Alpha Female in the Making: Shannon Negotiates
Copyrighted by Lorna Tedder. Originally published in Third Degree Curves.
Today I taught my daughter a valuable skill that she will take with her throughout her life. I taught her how to negotiate. And I don’t think I’ve ever seen her happier or more power-filled than when she thanked the I’ve-Got- You-For-Certain car salesman for the four hours of his time and walked out with a plethora of offers and counteroffers on his desk.
She’s been working extra hard and saving her money, and I’m so proud of how focused she’s been on doing a good day’s work and asking for even more work and how to get the most car and education for her dollar. Instead of blowing money on movies and shoes all summer, she’s been saving every penny. She starts college in a few weeks and must have a way to get to high school for Latin III, then to the college, then back to high school for forensics, then back home. So her funds are limited and time is drawing nigh.
She did all her research, just as she was supposed to. She familiarized herself with all the cars in her price range that have the required safety features, learned their gas mileage and read up on performance and technical issues on online forums. Memorized Consumer Reports. Knew the blue book by rote. Yes, totally prepared…and not.
No matter how many times I tried to explain the process and what negotiation strategies to watch for, it all happened very fast and confusing and took a little time to settle into place to see the dirty negotiation tricks that can be used. I have to admit, sometimes I myself forget, be- cause when I negotiate a contract of the Department of Defense, we try to do it ethically and whenever required, in accordance with 10 USC 2306a, the Truth in Negotiations Act. I forget sometimes when I’m working with car salesmen, furniture salesmen, roofers, that truth in negotiations is a Government thing and not something I should expect from non-Government contractors.
Still, it was almost entertaining to watch how today played out. From their point of view, they saw a stupid female and her stupid teen spawn who obviously needs a car now before school starts drive up and look over some of their cheaper vehicles, meaning not the ones in the 20K range. They were probably a bit flummoxed on the 2 occasions they tried to get Shannon to commit to telling how high she could go in price, something I’d warned her would be their first question to her after “Are you looking for a car for you?”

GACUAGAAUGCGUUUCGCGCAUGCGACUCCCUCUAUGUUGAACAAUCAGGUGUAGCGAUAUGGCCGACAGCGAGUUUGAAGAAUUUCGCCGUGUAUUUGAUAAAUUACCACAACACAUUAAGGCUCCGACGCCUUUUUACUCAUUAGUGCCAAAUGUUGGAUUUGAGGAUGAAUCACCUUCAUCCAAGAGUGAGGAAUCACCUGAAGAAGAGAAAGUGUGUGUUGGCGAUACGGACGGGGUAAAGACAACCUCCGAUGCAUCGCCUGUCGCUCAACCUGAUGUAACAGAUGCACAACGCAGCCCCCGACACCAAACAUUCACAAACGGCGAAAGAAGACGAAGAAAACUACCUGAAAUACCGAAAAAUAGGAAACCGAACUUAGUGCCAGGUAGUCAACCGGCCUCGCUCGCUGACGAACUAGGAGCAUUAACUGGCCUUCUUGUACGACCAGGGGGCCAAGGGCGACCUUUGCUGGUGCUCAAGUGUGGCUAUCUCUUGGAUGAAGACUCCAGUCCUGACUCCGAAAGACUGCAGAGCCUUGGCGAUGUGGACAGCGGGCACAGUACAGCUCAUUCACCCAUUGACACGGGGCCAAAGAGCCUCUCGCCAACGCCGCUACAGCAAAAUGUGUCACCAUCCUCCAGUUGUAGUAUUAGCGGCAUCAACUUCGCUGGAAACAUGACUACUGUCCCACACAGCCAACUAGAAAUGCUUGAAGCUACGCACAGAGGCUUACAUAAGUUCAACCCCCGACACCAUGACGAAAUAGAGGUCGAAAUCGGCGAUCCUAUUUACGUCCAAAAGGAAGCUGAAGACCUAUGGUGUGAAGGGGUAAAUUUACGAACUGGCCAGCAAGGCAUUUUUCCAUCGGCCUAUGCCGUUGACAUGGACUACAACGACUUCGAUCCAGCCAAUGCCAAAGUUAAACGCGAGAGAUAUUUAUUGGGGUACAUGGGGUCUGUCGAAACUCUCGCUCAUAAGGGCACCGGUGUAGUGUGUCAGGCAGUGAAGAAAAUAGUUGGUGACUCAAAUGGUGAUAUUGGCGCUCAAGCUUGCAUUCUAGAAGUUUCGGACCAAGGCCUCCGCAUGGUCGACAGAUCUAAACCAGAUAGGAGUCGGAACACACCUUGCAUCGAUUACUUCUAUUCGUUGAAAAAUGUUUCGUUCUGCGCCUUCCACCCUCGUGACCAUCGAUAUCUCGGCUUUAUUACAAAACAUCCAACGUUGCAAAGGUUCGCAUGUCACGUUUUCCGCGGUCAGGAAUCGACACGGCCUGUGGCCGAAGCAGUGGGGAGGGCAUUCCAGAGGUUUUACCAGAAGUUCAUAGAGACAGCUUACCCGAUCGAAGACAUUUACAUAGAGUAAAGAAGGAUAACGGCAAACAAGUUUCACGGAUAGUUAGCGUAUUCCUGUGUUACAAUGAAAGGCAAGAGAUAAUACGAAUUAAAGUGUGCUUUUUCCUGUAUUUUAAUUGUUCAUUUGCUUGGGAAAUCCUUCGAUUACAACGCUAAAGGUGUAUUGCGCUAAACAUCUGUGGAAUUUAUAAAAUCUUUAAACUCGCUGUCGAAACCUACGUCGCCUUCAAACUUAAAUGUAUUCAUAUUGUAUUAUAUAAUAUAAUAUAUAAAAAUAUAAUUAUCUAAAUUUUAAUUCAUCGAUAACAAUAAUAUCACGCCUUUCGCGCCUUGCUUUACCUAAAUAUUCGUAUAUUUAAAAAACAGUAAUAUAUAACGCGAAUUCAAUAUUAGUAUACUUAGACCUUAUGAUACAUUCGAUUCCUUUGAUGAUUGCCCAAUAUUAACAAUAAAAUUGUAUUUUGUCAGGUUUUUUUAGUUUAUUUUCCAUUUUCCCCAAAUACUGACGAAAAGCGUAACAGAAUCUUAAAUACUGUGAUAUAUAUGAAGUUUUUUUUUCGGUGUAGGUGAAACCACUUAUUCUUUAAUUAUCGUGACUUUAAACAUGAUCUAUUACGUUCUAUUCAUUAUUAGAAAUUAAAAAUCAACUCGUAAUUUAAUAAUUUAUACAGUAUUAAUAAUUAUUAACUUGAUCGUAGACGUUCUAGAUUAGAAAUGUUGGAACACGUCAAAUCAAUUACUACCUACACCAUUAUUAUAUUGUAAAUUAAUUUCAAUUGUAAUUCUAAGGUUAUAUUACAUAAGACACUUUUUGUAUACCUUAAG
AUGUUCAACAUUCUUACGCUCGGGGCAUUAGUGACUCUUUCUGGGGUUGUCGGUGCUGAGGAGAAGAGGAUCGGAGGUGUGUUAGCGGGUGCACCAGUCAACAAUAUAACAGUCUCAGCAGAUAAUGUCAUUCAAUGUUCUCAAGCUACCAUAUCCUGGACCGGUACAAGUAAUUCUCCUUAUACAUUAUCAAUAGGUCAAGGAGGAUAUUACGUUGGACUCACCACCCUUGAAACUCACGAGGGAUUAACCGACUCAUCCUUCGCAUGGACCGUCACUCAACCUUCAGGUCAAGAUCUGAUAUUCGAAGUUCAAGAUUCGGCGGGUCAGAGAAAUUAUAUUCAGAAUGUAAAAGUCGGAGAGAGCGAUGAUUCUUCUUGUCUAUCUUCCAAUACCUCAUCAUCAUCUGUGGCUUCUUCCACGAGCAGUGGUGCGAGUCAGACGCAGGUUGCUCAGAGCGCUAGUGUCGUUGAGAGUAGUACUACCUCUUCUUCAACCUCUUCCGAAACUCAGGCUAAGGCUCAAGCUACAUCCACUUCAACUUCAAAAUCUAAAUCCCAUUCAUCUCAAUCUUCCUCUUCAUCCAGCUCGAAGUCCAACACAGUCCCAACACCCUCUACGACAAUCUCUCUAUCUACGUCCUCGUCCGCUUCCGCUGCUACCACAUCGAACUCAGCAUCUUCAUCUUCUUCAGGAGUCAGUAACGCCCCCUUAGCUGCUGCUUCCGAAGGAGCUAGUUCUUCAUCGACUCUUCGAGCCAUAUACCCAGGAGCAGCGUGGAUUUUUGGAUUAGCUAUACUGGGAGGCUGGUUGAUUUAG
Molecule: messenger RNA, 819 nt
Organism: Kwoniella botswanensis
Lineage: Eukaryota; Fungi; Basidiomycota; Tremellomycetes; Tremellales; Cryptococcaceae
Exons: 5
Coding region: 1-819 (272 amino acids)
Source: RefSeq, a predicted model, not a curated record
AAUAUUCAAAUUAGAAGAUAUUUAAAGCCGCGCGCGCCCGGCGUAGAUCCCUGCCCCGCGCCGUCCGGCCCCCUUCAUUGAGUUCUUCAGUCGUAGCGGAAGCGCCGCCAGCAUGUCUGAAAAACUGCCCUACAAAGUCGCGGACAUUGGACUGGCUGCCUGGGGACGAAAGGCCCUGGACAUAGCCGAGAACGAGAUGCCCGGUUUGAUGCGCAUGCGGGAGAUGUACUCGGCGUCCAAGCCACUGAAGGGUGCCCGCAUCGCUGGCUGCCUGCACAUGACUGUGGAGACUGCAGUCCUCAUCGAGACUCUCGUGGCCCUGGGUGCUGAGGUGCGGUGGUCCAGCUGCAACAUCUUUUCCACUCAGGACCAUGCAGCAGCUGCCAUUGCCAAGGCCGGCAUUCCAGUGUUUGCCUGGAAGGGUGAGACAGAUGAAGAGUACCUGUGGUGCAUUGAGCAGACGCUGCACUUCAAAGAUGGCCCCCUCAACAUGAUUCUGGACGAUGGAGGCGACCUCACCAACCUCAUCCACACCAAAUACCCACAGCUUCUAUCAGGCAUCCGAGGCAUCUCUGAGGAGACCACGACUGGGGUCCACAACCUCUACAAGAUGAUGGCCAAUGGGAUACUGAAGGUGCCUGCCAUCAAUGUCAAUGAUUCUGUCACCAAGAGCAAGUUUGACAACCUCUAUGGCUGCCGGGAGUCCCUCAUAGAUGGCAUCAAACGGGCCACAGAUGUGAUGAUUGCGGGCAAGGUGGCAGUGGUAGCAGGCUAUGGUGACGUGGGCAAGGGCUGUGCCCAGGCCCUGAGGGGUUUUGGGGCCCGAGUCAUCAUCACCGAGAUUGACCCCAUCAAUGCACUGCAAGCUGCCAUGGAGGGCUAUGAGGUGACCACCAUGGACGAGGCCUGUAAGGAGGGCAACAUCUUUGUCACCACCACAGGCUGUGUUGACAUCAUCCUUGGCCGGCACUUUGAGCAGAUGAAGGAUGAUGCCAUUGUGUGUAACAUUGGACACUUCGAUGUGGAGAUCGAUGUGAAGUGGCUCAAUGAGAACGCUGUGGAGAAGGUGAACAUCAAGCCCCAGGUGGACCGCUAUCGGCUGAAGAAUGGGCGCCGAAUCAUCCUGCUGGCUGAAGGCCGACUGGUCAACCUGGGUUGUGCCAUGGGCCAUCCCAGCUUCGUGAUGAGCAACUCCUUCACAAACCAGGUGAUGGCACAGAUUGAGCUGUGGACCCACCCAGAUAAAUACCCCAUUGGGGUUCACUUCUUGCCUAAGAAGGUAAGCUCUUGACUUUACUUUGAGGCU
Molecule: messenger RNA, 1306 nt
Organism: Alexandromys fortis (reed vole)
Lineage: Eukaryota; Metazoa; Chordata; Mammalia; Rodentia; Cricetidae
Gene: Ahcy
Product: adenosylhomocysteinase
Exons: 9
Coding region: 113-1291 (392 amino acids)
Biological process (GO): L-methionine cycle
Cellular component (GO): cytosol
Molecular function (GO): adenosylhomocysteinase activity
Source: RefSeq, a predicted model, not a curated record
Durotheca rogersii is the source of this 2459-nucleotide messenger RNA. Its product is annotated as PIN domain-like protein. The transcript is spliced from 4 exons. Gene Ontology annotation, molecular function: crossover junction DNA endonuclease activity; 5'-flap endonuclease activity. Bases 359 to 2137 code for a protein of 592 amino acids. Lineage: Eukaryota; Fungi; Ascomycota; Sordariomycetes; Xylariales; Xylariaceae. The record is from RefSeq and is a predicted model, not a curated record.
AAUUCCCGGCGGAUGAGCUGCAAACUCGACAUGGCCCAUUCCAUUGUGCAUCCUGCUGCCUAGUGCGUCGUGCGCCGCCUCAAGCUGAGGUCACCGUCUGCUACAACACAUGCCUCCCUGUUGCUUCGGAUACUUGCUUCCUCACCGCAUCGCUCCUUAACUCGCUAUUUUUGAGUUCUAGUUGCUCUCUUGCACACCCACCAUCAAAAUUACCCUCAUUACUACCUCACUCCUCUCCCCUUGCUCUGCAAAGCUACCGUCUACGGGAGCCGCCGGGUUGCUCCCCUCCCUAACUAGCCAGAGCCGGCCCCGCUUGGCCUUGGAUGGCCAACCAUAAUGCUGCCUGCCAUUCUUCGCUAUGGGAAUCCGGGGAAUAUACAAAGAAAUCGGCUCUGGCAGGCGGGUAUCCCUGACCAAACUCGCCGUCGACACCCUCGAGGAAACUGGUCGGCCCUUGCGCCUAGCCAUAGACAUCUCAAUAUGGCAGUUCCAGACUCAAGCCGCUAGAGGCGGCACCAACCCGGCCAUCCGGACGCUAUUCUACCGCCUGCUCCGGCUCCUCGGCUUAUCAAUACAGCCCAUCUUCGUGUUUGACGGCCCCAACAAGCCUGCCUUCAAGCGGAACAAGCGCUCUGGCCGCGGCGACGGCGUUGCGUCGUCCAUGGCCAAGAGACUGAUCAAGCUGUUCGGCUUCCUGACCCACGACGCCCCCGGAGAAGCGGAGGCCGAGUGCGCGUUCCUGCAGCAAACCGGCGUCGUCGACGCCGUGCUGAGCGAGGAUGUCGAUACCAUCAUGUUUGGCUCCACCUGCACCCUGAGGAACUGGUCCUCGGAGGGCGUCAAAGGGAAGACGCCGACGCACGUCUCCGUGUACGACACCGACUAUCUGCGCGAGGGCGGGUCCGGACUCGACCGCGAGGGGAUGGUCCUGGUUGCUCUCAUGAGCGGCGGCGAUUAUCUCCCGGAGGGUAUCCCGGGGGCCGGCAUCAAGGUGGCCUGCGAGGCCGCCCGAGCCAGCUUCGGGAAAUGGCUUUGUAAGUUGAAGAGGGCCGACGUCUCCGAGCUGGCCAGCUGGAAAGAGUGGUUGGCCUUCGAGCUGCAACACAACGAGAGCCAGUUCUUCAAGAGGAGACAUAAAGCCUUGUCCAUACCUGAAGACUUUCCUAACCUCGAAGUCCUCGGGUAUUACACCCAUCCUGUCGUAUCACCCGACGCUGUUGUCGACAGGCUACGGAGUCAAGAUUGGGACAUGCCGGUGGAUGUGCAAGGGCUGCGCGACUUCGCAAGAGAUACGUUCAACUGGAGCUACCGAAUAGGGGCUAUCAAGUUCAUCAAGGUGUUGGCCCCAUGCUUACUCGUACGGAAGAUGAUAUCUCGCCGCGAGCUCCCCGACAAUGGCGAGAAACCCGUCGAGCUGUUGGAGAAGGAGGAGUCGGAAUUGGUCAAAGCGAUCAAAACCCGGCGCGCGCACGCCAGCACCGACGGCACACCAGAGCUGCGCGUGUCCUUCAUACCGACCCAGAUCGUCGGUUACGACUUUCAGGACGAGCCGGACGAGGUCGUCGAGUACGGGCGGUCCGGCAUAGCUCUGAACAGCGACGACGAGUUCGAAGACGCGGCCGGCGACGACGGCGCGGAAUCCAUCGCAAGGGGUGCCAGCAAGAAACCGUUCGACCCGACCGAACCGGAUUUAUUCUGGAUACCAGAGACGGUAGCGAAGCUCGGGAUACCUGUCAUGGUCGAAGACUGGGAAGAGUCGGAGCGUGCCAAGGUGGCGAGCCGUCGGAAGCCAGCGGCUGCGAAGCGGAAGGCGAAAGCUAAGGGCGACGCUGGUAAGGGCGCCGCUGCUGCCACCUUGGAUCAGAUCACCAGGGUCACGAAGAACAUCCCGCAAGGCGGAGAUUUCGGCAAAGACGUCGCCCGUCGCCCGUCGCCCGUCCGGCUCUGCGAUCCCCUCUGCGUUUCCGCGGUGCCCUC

For as much as I’d prepped her, she was still nervous but did great, took notes on various small trucks and a couple of cars, wrote down the VINs, prices, and various info on warranties. We were both quite taken with one particular car that was a paragon of safety features. Then we non-chalantly went home and did more research based on our numbers, and determined that price-wise, one particular car looked to be a good deal…but of course, we needed to drive it to make sure my little shorty could see over the headrests.
After a lengthy test drive, we were ready to declare our technical evaluation of the car a success and move on to the price negotiation. I’d already told Shannon all the negotiation tactics to expect, which were typical in any ethical negotiation, and sure enough, we saw every one of them—and then some.
As a professional negotiator, I saw at least a few dozen things their salesman and the manager did wrong, including some too-quick concessions where concessions didn’t make sense, like dropping arbitrarily about $1500 to accommodate Shannon’s refusal to pay an overstated service fee ($350) for cleaning the car and sending in her tag information, and some refusals that should have been no-brainers, like running a Car-Fax report before we tentatively agreed on price because “those are really expensive.” Huh? At $19.99 for an individual VIN check and $24.99 for multiples? That’s an extremely important re- port given that, as my ex-the-banker pointed out, many used cars out there now were underwater after Hurricane Katrina and were written off as total losses.